The House at the End of Hope Street: A Novel, Menna Van Praag, Penguin
Many days, I find myself wishing I could go to Hogwarts: someplace magical and removed from the day-to-day world where I can focus on developing the skills I need, while building friendships and receiving guidance from those wiser than me. That’s exactly the sort of place the titular house at the end of Hope Street is—but instead of providing a home to young wizards and witches, the house at the end of Hope Street offers temporary (99 days) accommodation to women facing particular challenges.
The house has hosted a remarkable series of women over the years: Emmeline Pankhurst, Sylvia Plath, George Eliot, Florence Nightingale, Beatrix Potter, Virgina Woolf—even Agatha Christie for eleven days in 1926! We enter the house along with its newest resident, Alba, a brilliant young woman who has just flunked out of a graduate program at King’s College, Cambridge. Her fellow residents are Carmen, a singer who is escaping a violent marriage, and Greer, a failed actress who is trying to decide whether she should attempt to adopt a child on her own, now that she’s been dumped by her fiancé.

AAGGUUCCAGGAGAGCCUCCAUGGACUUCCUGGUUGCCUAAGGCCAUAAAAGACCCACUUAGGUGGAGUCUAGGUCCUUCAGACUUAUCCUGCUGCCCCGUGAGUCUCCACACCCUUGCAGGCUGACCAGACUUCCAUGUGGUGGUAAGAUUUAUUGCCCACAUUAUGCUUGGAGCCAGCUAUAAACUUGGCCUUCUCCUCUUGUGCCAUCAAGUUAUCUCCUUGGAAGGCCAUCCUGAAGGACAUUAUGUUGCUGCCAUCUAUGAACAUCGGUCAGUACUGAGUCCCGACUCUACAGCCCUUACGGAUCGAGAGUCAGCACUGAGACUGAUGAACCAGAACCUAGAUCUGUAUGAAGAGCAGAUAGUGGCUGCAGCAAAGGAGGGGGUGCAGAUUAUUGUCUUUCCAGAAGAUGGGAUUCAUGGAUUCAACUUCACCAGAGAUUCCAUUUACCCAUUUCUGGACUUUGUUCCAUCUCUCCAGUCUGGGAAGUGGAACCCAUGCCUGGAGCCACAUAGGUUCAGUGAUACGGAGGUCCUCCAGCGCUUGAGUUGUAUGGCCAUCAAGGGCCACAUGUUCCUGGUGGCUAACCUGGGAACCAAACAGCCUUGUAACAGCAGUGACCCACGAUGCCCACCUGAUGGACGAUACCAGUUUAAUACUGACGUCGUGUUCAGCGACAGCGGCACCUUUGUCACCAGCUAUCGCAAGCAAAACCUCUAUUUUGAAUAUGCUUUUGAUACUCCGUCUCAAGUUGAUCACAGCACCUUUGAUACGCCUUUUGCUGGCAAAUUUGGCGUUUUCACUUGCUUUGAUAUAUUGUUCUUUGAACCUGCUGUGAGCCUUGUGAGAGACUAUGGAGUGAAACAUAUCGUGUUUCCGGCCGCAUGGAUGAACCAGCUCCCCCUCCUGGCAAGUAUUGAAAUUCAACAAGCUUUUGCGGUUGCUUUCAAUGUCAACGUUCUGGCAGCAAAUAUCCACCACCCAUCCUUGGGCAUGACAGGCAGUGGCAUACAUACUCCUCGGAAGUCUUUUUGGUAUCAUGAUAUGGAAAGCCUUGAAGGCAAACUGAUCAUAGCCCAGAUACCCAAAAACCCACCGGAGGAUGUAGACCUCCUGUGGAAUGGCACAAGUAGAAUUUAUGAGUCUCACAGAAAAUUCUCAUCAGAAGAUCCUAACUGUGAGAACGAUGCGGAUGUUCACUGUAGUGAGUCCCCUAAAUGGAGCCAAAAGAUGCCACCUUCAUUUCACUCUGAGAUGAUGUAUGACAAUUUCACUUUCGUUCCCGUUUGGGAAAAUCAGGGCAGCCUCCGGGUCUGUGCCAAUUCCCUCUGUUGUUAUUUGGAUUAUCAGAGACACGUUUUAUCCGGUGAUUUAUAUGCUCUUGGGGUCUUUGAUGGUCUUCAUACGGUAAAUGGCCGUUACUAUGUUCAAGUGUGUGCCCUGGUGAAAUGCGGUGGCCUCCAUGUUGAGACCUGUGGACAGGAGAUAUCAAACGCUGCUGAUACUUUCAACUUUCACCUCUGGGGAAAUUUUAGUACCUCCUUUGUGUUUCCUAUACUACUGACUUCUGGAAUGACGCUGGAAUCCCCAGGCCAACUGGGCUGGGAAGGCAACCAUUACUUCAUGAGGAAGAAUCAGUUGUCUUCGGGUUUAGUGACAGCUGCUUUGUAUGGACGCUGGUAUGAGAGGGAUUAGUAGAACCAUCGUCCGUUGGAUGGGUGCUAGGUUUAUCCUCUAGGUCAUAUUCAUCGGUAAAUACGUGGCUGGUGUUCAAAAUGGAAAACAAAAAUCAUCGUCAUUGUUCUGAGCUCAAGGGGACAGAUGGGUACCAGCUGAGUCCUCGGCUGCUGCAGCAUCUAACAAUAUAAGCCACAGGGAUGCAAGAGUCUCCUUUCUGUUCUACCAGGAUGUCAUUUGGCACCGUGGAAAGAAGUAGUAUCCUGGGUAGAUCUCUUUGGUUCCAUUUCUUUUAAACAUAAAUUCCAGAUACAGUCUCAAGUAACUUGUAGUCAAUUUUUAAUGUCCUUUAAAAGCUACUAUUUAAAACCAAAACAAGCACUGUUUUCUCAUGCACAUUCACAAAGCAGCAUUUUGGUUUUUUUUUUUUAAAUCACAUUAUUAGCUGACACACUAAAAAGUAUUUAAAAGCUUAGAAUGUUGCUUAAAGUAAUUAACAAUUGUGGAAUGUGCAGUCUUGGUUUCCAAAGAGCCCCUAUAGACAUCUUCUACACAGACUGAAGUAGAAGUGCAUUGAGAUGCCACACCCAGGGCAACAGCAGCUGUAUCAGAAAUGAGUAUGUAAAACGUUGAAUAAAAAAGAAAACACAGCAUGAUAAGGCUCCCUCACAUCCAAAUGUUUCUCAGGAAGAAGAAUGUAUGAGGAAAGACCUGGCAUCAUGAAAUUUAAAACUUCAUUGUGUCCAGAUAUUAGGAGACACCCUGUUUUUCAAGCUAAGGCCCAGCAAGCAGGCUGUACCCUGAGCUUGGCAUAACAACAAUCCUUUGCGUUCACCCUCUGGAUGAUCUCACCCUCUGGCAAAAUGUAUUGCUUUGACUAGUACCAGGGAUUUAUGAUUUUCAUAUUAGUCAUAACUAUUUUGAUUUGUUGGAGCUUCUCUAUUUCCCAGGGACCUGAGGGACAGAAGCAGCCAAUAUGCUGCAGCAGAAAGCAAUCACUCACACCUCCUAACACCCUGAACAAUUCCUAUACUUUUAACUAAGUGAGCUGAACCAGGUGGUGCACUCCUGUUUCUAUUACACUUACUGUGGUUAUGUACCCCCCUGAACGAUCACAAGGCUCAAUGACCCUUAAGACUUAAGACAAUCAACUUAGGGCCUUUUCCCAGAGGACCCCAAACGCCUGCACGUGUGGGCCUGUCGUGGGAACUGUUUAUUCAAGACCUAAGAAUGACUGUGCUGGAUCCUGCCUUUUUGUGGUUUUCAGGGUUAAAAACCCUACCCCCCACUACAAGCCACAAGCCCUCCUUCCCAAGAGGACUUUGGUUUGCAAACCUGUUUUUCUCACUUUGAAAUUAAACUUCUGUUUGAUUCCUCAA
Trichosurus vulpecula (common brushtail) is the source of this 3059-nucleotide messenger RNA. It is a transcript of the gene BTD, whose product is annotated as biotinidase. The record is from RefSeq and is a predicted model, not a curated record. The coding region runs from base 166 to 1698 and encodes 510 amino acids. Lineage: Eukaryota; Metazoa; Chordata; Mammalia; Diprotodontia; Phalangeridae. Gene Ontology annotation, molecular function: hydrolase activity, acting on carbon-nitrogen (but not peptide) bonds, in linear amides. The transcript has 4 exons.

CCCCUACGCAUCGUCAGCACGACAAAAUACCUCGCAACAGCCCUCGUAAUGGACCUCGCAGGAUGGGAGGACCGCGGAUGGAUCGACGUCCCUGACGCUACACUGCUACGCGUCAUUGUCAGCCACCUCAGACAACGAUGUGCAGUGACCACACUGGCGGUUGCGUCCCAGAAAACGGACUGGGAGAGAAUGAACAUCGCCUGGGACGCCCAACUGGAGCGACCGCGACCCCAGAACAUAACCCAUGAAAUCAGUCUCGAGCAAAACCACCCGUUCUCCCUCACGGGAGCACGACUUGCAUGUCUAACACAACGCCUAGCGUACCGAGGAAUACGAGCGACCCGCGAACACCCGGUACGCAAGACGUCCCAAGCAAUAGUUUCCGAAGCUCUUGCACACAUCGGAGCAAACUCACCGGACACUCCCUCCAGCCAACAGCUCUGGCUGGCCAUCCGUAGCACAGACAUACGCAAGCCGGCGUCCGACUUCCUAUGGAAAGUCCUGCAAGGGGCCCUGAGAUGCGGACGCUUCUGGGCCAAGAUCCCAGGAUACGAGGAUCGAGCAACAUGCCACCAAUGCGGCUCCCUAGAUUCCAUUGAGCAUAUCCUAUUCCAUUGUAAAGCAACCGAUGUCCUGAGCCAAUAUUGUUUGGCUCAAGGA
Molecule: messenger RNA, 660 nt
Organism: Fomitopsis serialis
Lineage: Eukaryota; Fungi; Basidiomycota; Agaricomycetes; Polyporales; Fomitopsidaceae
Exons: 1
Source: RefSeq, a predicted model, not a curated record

To extend the Hogwarts comparison, the house is like a multi-chambered room of requirement that offers exactly what one needs—though not necessarily what one wants. Books appear on bookcases, messages flutter down from the ceiling, and pictures of former residents offer advice. The house’s resident “head” is Peggy Abbott, who can also advise—and listen, and question—who has a particular fondness for chocolate cake, and who has spent the last two decades with a lover she’s kept at arm’s length.
This book is one of the most genuinely fun reads I’ve encountered in the last few years—and one that should appeal to a variety of readers. I found myself singing its praises to friends and coworkers while I was reading it, and several people will be getting a copy from me for a birthday or holiday gift.
One of the particular pleasures of this book was the range of characters it includes. I was particularly appreciative of its inclusion of lesbian, as well as heterosexual, relationships. This inclusiveness isn’t preachy; it’s just an acknowledgement of the real breadth of what we think of as “normal.”
I was also particularly comforted by the hopefulness (the house is on Hope Street) of this novel. The tone, the playfulness of its story line made it clear from the beginning that this book would end happily, though what “happy” would mean wasn’t revealed right away. I have a fondness for novels in which people in impossible situations agonize about the right path of action. Hope Street isn’t one of those novels. There are difficult situations, but the characters find workable solutions, and no agonizing on the part of the reader is required. Instead we can enjoy the process of self-discovery and redefinition along with the novel’s characters.